I was talking, a short time ago, to a very intelligent, and also Anglophile, French friend of mine. He knew England well, but, until quite recently, had not visited the country for a few years. He told me that what struck him most was the profound change which had come over British opinion since the occasion of his last visit. We had been invaded, he said, by _le militarisme continental_. In common with the vast majority of my countrymen, I am earnestly desirous of seeing our military organisation and military establishments placed on a thoroughly sound footing, but I have no wish whatever to see any portion of our institutions overwhelmed by a wave of _militarisme continental_. It is because I think that the views advocated by Lord Wolseley tend--although, I do not doubt, unconsciously to their distinguished author--in the direction of a somewhat too pronounced _militarisme_, that I venture in some degree to differ from one for whom I have for many years entertained the highest admiration and the most cordial personal esteem.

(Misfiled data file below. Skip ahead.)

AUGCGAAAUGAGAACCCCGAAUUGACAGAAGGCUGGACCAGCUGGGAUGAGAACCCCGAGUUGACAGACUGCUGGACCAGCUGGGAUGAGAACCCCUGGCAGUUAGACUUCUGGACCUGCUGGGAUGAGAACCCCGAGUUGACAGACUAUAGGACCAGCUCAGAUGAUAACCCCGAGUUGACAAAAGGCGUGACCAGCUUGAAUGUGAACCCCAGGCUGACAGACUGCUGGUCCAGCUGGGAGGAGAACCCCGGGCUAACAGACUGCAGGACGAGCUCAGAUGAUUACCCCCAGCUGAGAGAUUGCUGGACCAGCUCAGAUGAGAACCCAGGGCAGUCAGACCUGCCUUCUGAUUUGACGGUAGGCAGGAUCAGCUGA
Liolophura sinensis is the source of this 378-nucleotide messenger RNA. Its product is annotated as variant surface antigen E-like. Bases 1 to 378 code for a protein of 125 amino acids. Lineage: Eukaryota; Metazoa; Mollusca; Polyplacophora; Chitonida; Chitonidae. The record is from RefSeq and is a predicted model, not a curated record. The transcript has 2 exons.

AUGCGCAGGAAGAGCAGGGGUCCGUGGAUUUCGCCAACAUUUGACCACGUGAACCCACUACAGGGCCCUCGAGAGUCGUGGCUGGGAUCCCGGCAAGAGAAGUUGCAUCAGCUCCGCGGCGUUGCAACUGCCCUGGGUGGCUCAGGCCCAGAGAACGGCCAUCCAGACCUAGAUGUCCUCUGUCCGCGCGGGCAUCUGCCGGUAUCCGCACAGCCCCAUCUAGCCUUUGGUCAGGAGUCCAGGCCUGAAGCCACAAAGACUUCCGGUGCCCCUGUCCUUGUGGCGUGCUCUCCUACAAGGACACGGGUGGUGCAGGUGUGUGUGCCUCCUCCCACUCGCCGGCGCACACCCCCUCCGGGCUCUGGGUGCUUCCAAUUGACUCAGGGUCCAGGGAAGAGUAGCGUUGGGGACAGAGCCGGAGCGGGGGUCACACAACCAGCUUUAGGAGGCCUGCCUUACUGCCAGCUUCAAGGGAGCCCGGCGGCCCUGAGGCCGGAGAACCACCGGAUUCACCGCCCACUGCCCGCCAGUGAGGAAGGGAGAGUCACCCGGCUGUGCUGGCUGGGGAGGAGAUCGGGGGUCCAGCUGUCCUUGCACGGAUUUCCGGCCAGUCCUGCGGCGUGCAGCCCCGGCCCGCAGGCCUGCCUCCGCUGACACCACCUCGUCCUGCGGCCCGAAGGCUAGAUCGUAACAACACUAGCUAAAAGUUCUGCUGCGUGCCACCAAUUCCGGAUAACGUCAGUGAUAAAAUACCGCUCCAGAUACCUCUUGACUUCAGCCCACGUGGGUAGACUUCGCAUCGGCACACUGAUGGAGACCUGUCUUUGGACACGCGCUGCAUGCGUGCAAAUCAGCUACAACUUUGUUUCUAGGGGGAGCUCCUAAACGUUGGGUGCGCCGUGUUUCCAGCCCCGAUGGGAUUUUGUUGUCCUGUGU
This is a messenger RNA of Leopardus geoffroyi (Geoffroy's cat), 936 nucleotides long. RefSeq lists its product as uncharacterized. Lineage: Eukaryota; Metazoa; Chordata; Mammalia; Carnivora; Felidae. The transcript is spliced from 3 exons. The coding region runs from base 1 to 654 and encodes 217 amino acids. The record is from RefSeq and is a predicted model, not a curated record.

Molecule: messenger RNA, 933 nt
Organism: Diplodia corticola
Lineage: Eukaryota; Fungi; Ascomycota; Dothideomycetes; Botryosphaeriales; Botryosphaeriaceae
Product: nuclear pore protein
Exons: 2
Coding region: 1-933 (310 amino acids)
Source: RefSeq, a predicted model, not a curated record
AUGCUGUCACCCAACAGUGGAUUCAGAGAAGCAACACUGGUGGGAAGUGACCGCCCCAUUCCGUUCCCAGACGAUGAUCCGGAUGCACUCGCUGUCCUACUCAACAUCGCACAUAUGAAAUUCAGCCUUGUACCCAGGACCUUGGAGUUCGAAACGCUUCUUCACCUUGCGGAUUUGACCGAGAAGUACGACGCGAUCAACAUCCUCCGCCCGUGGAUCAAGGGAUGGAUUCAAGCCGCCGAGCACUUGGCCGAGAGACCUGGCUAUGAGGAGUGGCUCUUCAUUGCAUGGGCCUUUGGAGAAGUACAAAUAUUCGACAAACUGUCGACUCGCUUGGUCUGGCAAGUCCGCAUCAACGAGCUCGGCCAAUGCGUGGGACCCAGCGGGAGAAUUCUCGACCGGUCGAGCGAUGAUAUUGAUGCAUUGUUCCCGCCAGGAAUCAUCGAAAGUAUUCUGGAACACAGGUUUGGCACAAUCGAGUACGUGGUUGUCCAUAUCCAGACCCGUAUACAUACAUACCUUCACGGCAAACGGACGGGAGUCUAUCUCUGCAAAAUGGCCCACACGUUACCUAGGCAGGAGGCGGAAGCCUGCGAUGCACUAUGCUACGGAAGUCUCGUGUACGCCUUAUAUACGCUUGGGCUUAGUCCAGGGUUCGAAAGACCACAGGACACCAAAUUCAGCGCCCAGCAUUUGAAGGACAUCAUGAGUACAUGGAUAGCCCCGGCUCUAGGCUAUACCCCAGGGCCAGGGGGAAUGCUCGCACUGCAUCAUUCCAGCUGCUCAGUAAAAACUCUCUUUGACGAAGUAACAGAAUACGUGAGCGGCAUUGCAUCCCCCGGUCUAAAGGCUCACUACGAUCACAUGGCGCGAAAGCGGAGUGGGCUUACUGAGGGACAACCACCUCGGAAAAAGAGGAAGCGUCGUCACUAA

[Footnote 51: _The Story of a Soldier's Life_. Field-Marshal Viscount Wolseley. Constable.]

[Footnote 52: After carefully reading the book, I am in doubt as to the specific occasions to which allusion is here made.]

[Footnote 53: This expression is used with reference to a warning to civilians that they should "keep their hands off the regiment." I do not know if any recent instances have occurred when civilians have wished to touch the essential portions of what is known as the "regimental system," but I have a very distinct recollection of the fact that this accusation was very freely, and very unjustly, brought against the army reformers in Lord Cardwell's time. Of these, Lord Wolseley was certainly the most distinguished. I think he will bear me out in the assertion that it was only by civilian support that, in the special instances to which I allude, the opposition was overcome.]